Created by The Red Room Company in 2007, Papercuts is now programmed in over 50 schools across Australia. Originally designed for High School Students, the learning kits have since been expanded to cater to primary students from years 1-6. A diverse range of students have so far benefitted from the Papercuts learning experience, from students with special needs to gifted and talented groups. We have also run a project at Sunning Hill School in the Juniperina Juvenile Justice Centre.

Find out more about Papercuts.

Unlocked is an educational program developed and run by The Red Room Company in collaboration with NSW Correctional Centres. The program aims to unlock the potential of inmates through the transformative possibilities of poetry. Australian poets are taken into the centres to run intensive writing workshops, working with the students on every stage of the writing process, from the initial exercises and experimentations, through the editing and rewriting process, to recording, performing and publishing their work in a professionally designed print anthology. You can purchase a Unlocked #1 or #2 to help support the program.

Piloted in Sydney in 2010, the project has now entered its third year. The most recent Unlocked project was held at the Balund-a Project, a residential diversionary program for male and female offenders between 18 and 40. The program has a strong Indigenous focus, which is also a focus for Unlocked for 2012. Indigenous poet Lionel Fogarty led the workshops, and the students responded with great enthusiasm to Lionel’s work and stories. There was a particular interest in Lionel’s use of language, his mixing of English and Bandjalang dialect. Photos from the project are on flickr, and the next Unlocked anthology will be appearing soon.

In October 2012 Red Room Company poets Lionel Fogarty and Nick Bryant-Smith will be traveling to South Coast Correctional Centre to run an intensive, three-day workshop. Through Unlocked, students can return to the community with recognised qualifications, as a part of the study that they have completed inside. In this way, the value of the project is not just in helping students to come to terms with emotions, past experiences or relationships, but to build practical literacy and communication skills, and the confidence to apply them.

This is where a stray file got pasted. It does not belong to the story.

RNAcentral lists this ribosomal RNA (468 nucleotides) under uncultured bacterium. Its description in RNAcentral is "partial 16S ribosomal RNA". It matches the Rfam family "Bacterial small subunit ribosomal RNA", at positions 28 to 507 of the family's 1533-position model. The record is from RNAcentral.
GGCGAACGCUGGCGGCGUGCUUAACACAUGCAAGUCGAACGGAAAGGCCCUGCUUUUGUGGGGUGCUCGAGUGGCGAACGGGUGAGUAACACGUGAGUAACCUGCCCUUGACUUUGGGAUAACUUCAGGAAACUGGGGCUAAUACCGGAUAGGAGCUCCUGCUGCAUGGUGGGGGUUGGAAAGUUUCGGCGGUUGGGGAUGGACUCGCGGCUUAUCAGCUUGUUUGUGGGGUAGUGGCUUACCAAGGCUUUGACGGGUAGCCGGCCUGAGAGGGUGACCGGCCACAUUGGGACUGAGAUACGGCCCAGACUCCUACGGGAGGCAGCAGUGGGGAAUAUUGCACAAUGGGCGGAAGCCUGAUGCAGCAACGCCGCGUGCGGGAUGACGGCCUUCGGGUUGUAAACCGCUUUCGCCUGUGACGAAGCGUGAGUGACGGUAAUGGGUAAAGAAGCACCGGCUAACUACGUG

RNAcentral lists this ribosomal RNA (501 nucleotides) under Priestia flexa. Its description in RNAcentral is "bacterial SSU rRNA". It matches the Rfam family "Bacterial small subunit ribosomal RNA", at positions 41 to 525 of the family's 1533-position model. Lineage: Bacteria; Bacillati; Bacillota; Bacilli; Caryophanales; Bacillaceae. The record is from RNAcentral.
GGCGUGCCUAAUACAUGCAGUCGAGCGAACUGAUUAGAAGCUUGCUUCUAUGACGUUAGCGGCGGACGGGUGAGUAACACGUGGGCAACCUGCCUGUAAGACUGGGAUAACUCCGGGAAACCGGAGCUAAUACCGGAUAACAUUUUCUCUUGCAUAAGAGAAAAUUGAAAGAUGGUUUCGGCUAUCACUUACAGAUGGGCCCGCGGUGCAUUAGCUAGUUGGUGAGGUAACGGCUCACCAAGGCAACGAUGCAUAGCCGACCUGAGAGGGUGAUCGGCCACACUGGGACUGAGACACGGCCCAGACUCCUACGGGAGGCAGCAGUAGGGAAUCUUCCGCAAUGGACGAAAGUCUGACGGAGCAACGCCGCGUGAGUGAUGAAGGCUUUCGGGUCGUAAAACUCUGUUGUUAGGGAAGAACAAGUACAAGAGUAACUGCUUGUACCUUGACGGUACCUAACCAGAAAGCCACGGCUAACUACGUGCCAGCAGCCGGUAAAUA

Find out more about Unlocked.

Clouds Afternoon Jazz Sprinkles

For Jill Jones

(1) Clouds
Abercrombie Street, Chippendale

Reading your electrical poems in a Northcote bar
in winter was just too much: like trying to drink
beer sailing freely through the air: free of the glass,
sure, but harder than buckshot to catch between
your teeth. I longed for some o’ that Sydney where
July was windy and wet but not cold. I wanted to
perch in that laundromat on Abercrombie Street
just down from the Reasonably Good Café, chew
on an Incredibly All Right Ham Sandwich™, read
William Faulkner’s Light in August (i-in August!
& simply wait for September’s frangipani blooms
to disappear down the Chippendale lanes like odd
socks above Central Station or perhaps (sure, in
desperation, to close my eyes & also disappear.

(2) Afternoon
Fouveaux Street, Surry Hills

I could pretend to live somewhere else, I guess
but all I can think about is how darned clichéd
Sydney must have been in the 1920s,the futurism
of Bondi travel posters aside (oh undergrad hat tip!